South Pacific hydrologic and cyclone variability during the last 3000 years

Persistent Link:
http://hdl.handle.net/10150/614773
Title:
South Pacific hydrologic and cyclone variability during the last 3000 years
Author:
Toomey, Michael R.; Donnelly, Jeffrey P.; Tierney, Jessica E.
Affiliation:
Univ Arizona, Dept Geosci
Issue Date:
2016-04-18
Publisher:
AMER GEOPHYSICAL UNION
Citation:
Toomey,M.R., J.P.Donnelly,and J. E. Tierney (2016), South Pacific hydrologic and cyclone variability during the last 3000 years, Paleoceanography, 31, 491–504, doi:10.1002/2015PA002870.
Journal:
Paleoceanography
Rights:
©2016. American Geophysical Union. All Rights Reserved.
Collection Information:
This item from the UA Faculty Publications collection is made available by the University of Arizona with support from the University of Arizona Libraries. If you have questions, please contact us at repository@u.library.arizona.edu.
Abstract:
Major excursions in the position of the South Pacific Convergence Zone (SPCZ) and/or changes in its intensity are thought to drive tropical cyclone (TC) and precipitation variability across much of the central South Pacific. A lack of conventional sites typically used for multimillennial proxy reconstructions has limited efforts to extend observational rainfall/TC data sets and our ability to fully assess the risks posed to central Pacific islands by future changes in fresh water availability or the frequency of storm landfalls. Here we use the sedimentary record of Apu Bay, offshore the island of Tahaa, French Polynesia, to explore the relationship between SPCZ position/intensity and tropical cyclone overwash, resolved at decadal time scales, since 3200years B.P. Changes in orbital precession and Pacific sea surface temperatures best explain evidence for a coordinated pattern of rainfall variability at Tahaa and across the Pacific over the late Holocene. Our companion record of tropical cyclone activity from Tahaa suggests major storm activity was higher between 2600-1500years B.P., when decadal scale SPCZ variability may also have been stronger. A transition to lower storm frequency and a shift or expansion of the SPCZ toward French Polynesia around 1000years B.P. may have prompted Polynesian migration into the central Pacific.
Note:
Publisher's version/PDF must be used in Institutional Repository 6 months after publication.
ISSN:
08838305
DOI:
10.1002/2015PA002870
Keywords:
cyclone; rainfall; Polynesia; runoff
Version:
Final published version
Additional Links:
http://doi.wiley.com/10.1002/2015PA002870

Full metadata record

DC FieldValue Language
dc.contributor.authorToomey, Michael R.en
dc.contributor.authorDonnelly, Jeffrey P.en
dc.contributor.authorTierney, Jessica E.en
dc.date.accessioned2016-06-25T01:32:51Z-
dc.date.available2016-06-25T01:32:51Z-
dc.date.issued2016-04-18-
dc.identifier.citationToomey,M.R., J.P.Donnelly,and J. E. Tierney (2016), South Pacific hydrologic and cyclone variability during the last 3000 years, Paleoceanography, 31, 491–504, doi:10.1002/2015PA002870.en
dc.identifier.issn08838305-
dc.identifier.doi10.1002/2015PA002870-
dc.identifier.urihttp://hdl.handle.net/10150/614773-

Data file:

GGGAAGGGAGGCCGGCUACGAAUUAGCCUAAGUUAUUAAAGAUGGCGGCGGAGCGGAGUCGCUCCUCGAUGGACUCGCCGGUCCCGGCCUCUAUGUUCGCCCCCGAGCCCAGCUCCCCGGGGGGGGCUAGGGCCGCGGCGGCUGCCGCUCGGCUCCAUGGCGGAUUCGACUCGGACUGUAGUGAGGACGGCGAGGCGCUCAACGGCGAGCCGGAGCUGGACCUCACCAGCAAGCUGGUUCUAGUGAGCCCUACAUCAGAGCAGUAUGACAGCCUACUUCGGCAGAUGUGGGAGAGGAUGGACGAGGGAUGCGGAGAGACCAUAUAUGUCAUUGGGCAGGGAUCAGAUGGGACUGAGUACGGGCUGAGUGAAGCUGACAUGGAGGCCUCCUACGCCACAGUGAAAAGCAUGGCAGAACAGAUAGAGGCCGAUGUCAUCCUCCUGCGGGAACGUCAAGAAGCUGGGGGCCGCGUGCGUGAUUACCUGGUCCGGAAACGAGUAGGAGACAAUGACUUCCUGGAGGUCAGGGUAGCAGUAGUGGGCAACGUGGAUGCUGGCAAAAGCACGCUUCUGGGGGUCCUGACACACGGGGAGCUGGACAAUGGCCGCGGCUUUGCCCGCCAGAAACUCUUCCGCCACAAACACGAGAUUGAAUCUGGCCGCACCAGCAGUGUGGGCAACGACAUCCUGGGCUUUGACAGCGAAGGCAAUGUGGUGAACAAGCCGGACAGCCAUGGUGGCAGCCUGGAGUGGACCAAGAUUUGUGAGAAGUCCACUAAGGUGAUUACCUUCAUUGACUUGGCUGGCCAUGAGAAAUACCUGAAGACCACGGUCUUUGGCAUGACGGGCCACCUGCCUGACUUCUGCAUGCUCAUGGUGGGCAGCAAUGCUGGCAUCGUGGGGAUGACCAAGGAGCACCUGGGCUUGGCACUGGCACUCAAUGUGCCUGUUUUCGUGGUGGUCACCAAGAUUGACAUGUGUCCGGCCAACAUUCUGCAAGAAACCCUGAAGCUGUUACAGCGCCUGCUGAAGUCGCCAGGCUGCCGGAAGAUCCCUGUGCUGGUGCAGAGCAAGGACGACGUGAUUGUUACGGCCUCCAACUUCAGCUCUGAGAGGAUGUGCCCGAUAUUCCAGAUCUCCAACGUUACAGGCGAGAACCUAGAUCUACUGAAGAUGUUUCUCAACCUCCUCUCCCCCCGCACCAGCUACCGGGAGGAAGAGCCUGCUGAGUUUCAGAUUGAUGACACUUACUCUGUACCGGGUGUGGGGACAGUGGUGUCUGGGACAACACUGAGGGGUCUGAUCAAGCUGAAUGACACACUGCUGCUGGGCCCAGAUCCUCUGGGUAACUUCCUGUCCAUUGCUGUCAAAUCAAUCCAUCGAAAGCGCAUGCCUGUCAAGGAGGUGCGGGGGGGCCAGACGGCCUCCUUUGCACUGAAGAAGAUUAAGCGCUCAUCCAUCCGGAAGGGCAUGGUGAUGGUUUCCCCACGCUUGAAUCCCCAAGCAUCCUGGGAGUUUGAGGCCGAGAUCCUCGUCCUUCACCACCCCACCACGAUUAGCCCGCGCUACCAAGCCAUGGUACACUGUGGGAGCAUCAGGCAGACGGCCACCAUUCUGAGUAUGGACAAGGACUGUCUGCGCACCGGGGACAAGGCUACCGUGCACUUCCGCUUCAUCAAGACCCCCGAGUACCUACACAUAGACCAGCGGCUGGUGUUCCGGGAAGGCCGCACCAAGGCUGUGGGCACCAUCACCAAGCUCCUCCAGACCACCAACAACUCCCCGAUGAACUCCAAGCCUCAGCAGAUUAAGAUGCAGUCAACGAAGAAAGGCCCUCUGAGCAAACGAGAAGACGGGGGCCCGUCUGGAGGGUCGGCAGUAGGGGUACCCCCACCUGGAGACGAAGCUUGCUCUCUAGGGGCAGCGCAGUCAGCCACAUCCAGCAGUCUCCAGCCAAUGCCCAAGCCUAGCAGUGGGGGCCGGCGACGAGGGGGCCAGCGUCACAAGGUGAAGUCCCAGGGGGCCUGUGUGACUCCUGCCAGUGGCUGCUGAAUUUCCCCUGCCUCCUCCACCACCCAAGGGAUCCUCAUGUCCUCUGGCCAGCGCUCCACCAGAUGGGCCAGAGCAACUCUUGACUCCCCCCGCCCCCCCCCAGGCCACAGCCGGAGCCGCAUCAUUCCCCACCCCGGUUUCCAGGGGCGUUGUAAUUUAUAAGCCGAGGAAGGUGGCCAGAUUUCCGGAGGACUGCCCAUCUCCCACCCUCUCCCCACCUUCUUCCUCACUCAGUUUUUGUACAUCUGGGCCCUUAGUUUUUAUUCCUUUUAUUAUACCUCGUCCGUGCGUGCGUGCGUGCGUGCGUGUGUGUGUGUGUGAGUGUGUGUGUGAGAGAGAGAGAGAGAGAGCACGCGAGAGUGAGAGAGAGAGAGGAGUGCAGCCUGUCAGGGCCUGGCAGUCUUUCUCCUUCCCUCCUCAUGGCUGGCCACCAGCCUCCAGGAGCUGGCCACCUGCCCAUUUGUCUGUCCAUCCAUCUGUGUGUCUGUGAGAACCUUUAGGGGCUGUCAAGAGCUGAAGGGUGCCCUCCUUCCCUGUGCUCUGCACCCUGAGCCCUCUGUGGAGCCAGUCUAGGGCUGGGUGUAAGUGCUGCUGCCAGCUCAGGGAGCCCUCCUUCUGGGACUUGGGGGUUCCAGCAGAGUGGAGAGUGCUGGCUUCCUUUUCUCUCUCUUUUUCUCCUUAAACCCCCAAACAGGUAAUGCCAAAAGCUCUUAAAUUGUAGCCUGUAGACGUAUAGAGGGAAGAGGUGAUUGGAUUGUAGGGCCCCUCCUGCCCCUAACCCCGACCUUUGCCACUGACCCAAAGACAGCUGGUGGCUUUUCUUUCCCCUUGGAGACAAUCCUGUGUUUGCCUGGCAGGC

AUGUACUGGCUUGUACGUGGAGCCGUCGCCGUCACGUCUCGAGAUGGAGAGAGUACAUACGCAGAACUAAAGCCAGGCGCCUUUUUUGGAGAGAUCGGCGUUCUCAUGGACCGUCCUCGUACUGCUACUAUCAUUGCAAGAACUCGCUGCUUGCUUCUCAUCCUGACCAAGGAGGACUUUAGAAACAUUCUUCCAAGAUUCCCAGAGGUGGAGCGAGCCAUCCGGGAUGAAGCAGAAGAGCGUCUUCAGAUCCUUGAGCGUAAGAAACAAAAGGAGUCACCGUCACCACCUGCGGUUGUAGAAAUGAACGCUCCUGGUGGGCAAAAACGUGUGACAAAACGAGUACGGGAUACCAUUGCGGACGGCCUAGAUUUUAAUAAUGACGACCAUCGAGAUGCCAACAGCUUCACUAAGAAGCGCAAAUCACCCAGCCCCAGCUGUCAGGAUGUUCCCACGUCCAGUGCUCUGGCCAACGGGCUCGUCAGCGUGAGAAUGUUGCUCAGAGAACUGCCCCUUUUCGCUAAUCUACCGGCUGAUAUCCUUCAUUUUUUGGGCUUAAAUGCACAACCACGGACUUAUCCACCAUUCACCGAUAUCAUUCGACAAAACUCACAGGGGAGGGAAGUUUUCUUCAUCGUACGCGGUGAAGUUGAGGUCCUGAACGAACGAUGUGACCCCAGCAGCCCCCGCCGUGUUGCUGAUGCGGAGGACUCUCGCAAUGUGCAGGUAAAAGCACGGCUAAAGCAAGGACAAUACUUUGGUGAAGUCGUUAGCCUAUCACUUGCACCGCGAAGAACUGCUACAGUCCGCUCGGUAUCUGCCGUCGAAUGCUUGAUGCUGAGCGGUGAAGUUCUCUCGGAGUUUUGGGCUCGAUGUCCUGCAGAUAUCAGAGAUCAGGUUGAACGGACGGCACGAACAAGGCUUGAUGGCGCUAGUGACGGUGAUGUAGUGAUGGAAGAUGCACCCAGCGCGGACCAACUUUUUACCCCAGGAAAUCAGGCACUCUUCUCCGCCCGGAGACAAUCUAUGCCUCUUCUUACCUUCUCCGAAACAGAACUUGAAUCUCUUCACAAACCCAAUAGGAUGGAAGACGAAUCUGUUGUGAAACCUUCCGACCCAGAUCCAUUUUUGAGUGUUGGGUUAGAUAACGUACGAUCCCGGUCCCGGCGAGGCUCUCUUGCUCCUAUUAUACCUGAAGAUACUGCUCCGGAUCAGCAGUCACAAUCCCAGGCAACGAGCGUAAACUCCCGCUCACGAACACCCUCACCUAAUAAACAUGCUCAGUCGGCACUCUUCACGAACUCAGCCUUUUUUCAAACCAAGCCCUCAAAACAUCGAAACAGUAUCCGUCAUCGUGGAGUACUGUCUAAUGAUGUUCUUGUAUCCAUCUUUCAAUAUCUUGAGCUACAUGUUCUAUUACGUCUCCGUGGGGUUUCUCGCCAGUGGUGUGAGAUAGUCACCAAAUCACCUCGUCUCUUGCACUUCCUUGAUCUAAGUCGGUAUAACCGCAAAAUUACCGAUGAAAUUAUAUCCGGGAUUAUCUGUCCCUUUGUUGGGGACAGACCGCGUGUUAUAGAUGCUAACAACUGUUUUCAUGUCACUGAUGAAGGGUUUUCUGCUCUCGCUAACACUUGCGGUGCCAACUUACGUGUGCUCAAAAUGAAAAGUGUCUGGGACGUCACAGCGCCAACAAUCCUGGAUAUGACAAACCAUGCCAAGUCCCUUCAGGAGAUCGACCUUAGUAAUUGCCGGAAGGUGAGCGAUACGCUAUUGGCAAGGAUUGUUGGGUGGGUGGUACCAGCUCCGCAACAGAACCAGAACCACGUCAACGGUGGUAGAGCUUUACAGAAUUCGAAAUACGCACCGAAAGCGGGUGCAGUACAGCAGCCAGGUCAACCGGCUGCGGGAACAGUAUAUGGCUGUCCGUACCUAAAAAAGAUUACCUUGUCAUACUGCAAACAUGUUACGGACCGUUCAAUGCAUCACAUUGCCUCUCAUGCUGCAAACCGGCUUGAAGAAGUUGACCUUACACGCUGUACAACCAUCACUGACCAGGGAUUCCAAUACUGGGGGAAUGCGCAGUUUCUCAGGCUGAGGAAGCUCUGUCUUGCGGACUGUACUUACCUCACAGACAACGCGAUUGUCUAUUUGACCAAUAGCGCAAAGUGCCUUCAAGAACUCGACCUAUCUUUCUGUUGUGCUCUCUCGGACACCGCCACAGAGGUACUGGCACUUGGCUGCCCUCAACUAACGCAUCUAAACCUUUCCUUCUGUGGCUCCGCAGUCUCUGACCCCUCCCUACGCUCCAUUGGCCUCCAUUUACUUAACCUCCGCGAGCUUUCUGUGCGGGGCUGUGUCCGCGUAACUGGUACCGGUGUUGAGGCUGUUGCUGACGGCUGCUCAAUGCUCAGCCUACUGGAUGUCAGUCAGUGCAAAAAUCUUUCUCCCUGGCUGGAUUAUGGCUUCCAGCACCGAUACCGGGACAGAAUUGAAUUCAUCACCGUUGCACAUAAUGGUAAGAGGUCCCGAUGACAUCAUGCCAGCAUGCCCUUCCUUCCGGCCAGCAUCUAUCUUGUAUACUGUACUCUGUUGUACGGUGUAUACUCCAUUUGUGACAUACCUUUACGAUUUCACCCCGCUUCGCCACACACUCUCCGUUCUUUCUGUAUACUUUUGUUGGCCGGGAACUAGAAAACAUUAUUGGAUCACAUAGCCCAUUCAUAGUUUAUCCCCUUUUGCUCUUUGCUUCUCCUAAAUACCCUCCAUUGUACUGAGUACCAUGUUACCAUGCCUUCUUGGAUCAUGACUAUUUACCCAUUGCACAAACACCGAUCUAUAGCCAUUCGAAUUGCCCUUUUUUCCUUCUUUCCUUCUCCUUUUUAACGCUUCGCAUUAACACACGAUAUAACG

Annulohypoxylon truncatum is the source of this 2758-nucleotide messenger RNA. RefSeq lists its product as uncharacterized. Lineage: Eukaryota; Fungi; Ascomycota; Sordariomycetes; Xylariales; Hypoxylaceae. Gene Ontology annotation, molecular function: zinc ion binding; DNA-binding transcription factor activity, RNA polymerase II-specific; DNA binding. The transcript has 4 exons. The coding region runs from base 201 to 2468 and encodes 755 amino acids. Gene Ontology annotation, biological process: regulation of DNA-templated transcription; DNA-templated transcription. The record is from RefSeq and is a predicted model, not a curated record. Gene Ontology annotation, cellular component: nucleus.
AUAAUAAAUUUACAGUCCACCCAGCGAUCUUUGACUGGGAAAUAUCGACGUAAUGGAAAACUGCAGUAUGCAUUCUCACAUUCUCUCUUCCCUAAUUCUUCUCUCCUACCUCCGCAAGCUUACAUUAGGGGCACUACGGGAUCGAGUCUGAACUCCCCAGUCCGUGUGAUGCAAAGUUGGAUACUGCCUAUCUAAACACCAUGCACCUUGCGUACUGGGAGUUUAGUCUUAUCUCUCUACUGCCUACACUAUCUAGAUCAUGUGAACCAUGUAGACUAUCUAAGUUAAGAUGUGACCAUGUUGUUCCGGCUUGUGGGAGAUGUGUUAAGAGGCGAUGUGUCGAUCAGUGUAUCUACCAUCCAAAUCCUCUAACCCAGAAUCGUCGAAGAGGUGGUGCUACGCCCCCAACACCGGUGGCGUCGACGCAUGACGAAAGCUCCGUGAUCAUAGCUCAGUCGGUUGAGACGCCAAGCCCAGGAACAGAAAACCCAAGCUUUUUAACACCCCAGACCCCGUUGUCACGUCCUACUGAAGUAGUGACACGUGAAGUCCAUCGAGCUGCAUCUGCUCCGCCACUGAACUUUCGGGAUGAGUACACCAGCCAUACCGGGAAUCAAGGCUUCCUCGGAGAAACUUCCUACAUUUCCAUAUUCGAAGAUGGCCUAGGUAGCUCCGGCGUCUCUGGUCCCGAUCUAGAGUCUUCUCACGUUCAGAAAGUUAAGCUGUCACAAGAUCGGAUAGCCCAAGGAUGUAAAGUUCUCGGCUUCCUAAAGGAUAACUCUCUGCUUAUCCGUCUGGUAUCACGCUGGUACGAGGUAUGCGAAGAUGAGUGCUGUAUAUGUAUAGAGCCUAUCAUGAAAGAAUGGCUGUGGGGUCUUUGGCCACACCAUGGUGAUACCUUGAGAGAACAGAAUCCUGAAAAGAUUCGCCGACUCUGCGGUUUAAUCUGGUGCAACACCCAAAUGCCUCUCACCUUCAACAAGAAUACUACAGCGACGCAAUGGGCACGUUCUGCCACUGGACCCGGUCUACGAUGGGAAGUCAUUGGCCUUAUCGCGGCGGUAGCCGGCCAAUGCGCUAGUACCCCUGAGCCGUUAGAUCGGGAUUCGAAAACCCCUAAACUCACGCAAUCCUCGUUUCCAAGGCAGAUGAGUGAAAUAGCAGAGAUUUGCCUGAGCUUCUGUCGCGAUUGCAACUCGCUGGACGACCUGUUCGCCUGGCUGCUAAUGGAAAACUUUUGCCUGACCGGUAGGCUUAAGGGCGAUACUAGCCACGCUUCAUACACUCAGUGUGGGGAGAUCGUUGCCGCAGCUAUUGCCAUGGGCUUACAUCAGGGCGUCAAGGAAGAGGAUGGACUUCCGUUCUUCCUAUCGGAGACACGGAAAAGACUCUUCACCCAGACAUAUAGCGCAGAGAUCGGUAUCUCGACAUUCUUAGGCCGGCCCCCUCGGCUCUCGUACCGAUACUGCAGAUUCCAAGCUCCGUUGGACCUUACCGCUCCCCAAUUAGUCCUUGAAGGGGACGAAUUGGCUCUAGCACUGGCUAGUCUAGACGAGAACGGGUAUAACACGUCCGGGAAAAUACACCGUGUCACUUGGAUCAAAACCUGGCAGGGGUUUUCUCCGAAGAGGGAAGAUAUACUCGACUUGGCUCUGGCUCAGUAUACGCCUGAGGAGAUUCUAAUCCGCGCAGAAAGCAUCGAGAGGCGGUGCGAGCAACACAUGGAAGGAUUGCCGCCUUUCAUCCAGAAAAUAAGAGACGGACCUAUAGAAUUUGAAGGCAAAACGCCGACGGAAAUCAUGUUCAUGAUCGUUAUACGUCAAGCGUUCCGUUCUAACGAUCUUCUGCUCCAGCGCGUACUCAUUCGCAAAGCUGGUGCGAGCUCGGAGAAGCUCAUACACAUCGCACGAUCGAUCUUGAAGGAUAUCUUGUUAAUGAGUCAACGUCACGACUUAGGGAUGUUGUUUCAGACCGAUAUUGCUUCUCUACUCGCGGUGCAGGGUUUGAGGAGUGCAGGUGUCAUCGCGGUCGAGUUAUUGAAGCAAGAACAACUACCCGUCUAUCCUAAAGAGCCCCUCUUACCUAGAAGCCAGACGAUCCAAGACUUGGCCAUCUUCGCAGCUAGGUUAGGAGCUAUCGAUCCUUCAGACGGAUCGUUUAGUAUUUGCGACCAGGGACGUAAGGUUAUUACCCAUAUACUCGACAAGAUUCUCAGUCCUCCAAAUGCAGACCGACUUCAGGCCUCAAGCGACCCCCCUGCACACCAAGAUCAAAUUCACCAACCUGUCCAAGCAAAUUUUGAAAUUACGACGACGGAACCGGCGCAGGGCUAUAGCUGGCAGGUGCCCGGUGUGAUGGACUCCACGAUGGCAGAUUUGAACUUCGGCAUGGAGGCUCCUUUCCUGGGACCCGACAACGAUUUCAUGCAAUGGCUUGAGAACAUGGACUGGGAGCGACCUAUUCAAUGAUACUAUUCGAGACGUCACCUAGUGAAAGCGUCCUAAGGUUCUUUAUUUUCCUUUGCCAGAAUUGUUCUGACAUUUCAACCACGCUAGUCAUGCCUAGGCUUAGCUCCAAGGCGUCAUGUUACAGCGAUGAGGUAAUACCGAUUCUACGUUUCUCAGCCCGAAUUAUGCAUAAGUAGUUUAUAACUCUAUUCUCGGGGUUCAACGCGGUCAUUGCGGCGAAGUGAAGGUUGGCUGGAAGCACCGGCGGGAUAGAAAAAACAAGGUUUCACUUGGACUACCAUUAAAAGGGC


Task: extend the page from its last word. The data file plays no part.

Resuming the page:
dc.description.abstractMajor excursions in the position of the South Pacific Convergence Zone (SPCZ) and/or changes in its intensity are thought to drive tropical cyclone (TC) and precipitation variability across much of the central South Pacific. A lack of conventional sites typically used for multimillennial proxy reconstructions has limited efforts to extend observational rainfall/TC data sets and our ability to fully assess the risks posed to central Pacific islands by future changes in fresh water availability or the frequency of storm landfalls. Here we use the sedimentary record of Apu Bay, offshore the island of Tahaa, French Polynesia, to explore the relationship between SPCZ position/intensity and tropical cyclone overwash, resolved at decadal time scales, since 3200years B.P. Changes in orbital precession and Pacific sea surface temperatures best explain evidence for a coordinated pattern of rainfall variability at Tahaa and across the Pacific over the late Holocene. Our companion record of tropical cyclone activity from Tahaa suggests major storm activity was higher between 2600-1500years B.P., when decadal scale SPCZ variability may also have been stronger. A transition to lower storm frequency and a shift or expansion of the SPCZ toward French Polynesia around 1000years B.P. may have prompted Polynesian migration into the central Pacific.en
dc.language.isoenen
dc.publisherAMER GEOPHYSICAL UNIONen
dc.relation.urlhttp://doi.wiley.com/10.1002/2015PA002870en
dc.rights©2016. American Geophysical Union. All Rights Reserved.en
dc.subjectcycloneen
dc.subjectrainfallen
dc.subjectPolynesiaen
dc.subjectrunoffen
dc.titleSouth Pacific hydrologic and cyclone variability during the last 3000 yearsen
dc.typeArticleen
dc.contributor.departmentUniv Arizona, Dept Geoscien
dc.identifier.journalPaleoceanographyen
dc.description.notePublisher's version/PDF must be used in Institutional Repository 6 months after publication.en
dc.description.collectioninformationThis item from the UA Faculty Publications collection is made available by the University of Arizona with support from the University of Arizona Libraries. If you have questions, please contact us at repository@u.library.arizona.edu.en
dc.eprint.versionFinal published versionen
dc.contributor.institutionJackson School of Geosciences; University of Texas at Austin; Austin Texas USA-
dc.contributor.institutionDepartment of Geology and Geophysics; Woods Hole Oceanographic Institution; Woods Hole Massachusetts USA-
dc.contributor.institutionDepartment of Geology and Geophysics; Woods Hole Oceanographic Institution; Woods Hole Massachusetts USA-
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